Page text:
We arrived in Gush Katif and met our guide, a resident of the area who was born in Monsey, New York, and learns in the yeshiva. Thirty years ago Gush Katif was uninhabited and was covered with sand dunes as far as the eye could see. Today it is green. Now there are trees, lawns, and parks. One admires the effort of the residents in keeping back the encroaching sand. The homes are beautiful, of different types of architecture, all painted white. Imagine the yellow sand in the background, white homes with red tile roofs, green grass, flowers all over, and the blue sky we seem only to find in Israel. And, of course, beyond the sand is the sight of the white waves of the Mediterranean Sea breaking on the shores.

A virtual paradise? Yes, except for the fact that Gush Katif has been targeted by over 5300 Kassam rockets, from Arab Gaza, in the past four-and-a-half years. Now the people in Gush Katif face the prospect of being expelled, ripped from their homes by the very government that asked them to develop the area. And develop it they did! We visited one of the hothouses, a plant nursery, and several neighborhoods where we were greeted by the residents. They took time out from their daily activities to offer us tea, cake, and hospitality. After a delicious lunch we visited the Yamit shul and joined the yeshiva boys for Mincha. This shul was dismantled from Yamit (a tragedy in Israel’s history) and brought to Neve Dekalim never to be moved again. After Mincha we went to Morag and were met by a young man who lives there with his family. Morag faces the daily disruptions of life and the stresses faced by all Gush Katif residents. Morag is very isolated from the rest of Gush Katif and is the southernmost Jewish town bordering Rafah, Egypt. Yet no one from Morag is contemplating leaving the area.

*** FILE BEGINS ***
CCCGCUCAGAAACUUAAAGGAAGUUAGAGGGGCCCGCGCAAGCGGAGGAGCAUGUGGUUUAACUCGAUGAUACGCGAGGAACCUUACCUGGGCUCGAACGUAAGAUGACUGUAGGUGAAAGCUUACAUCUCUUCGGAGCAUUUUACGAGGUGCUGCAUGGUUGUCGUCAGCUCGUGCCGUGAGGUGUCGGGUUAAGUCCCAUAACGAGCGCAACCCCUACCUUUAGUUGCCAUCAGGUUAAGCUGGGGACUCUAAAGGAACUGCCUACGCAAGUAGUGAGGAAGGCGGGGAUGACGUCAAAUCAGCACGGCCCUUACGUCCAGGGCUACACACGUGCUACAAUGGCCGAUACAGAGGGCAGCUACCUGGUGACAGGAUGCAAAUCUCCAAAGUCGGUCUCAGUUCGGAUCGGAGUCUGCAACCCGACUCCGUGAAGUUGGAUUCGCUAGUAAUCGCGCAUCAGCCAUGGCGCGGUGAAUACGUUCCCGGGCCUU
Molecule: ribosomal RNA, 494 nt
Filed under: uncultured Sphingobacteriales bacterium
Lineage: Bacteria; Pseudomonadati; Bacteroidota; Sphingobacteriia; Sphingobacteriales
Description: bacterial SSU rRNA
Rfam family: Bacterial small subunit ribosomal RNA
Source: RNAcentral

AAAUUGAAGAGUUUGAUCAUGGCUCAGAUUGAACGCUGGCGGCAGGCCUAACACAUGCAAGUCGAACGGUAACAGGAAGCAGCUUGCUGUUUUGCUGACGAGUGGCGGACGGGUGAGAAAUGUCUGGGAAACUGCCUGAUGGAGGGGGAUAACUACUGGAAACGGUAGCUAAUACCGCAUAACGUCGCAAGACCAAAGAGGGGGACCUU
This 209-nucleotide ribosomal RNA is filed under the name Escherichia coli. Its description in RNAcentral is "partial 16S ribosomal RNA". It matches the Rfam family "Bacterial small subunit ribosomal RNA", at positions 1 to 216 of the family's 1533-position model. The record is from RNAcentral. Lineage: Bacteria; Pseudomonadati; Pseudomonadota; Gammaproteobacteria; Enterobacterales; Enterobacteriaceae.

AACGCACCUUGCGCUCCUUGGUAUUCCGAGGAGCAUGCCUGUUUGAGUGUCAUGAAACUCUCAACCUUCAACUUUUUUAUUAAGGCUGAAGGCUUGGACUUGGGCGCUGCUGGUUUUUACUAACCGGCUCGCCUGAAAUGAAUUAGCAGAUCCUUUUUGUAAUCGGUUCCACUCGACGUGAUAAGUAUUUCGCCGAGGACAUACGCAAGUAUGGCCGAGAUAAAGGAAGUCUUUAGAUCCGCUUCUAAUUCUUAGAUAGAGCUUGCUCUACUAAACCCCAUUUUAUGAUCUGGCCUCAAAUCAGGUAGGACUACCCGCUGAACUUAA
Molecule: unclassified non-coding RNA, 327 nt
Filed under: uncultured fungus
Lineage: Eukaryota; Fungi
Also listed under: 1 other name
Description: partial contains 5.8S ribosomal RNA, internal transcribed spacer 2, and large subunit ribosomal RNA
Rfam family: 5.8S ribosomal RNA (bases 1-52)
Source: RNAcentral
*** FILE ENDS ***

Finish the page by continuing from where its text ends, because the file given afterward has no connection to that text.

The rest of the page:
We all agreed that while we came to Gush Katif to give them support, we came away feeling uplifted and strengthened. We were amazed at the strength, conviction and intensity of the love for Eretz Yisrael that these residents exhibited. In addition, we were elated by their faith and their belief that they would not be made to leave their homes, their communities, their yeshivas, their shuls, their cemeteries – but that they would be allowed to continue living their lives as before. Their emunah in Hashem could not be shaken, no matter what the media and the politicians say. They were sowing next year’s crops. They were readying homes for the new families that were moving in (in fact, one such family with 11 children moved in the day before our visit), and they were planning the new school year. This is emunah, this is the lesson each of us should learn.